When I was in college, I started as a music major. I loved performing, being on the stage. But I always loved interviewing and writing, and I thought that majoring in journalism, learning a trade, would somehow be more practical than majoring in performance. Turns out, I was fairly wrong about that, but I honestly can’t imagine music not being at the center of my life via listening, performing or via my music journalism and it’s impossible to compartmentalize those realms. I’m also so wildly lucky that deep listening is a core component to my career.

There has been an exponential growth in promotion agencies. What's your perspective on the promo system? In how far is it influencing your choice of artists and topics, in how far is it useful for pre-selection, in how far do you feel it is possibly undermining journalistic freedom?

I’ve always been a publicist, ever since I can remember. My DIY literary magazine needed exposure. The band I was in for one show, needed people at it. My non-profit live music organization needed to build its community. In the last couple of years, I’ve transitioned my career from being a station-based music director and radio producer, to someone who works in music and arts publicity. It really works in tandem with my journalism and running an arts non-profit. The landscape for new music is so incredibly noisy because it’s easier than ever to release music. Having someone who understands the noise and who can effectively get your music to the right ears is so important. When I’m looking at potential guests for Sound Off, it’s really selective and I end up not interviewing people that I’d very much love to even though their publicists wrote me about them.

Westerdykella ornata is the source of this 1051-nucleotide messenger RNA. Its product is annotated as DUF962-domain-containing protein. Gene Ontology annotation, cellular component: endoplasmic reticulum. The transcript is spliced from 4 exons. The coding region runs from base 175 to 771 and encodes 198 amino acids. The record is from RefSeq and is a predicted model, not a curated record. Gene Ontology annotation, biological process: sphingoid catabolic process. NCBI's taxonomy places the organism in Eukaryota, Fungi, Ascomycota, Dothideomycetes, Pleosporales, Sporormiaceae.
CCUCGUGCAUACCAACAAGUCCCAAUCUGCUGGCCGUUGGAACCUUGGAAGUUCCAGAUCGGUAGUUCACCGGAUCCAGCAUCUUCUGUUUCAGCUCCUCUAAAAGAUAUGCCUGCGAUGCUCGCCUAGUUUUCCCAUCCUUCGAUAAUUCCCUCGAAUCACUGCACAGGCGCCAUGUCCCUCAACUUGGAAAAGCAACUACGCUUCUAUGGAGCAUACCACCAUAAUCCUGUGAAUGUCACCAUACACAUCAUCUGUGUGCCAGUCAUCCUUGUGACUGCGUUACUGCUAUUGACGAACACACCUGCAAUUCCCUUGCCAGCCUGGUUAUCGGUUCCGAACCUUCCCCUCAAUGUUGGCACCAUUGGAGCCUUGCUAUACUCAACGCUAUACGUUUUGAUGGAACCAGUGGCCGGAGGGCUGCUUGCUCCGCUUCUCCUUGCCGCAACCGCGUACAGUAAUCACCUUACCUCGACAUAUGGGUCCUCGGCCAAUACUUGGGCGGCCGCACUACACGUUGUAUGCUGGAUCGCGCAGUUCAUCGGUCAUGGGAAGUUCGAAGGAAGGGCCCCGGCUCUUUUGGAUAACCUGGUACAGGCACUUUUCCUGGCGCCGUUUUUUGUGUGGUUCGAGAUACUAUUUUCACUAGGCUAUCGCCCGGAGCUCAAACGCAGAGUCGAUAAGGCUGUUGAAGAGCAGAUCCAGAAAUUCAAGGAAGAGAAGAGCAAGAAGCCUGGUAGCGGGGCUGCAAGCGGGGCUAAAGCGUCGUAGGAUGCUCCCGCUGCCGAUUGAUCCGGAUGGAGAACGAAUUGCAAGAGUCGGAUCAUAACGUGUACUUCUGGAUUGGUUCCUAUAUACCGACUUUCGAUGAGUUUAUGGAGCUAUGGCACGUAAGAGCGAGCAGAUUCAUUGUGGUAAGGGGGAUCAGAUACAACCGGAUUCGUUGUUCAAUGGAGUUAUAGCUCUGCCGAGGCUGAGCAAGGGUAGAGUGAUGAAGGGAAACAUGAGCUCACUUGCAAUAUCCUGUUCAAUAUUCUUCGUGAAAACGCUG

Representation is hugely important to me - reflecting a wide array of backgrounds and focusing on underrepresented voices. I’m not sure I’m answering your question, and obviously, considering I’m in publicity, I have a positive view on things. Are there pariahs and vapid industry folks ? Certainly. But genuine publicity does a huge service of getting music to wider audiences, so I’m thrilled to be a part of that. I don’t think it reduces our journalistic freedom, unless you’re talking about how hard it *can* be to actually make any sort of contact with select artists. We can still choose who/what we’re covering and don’t have to be tied down by any sort of publicity.

Art can be a purpose in its own right, but it can also directly feed back into everyday life, take on a social and political role and lead to more engagement. Can you describe your approach to art?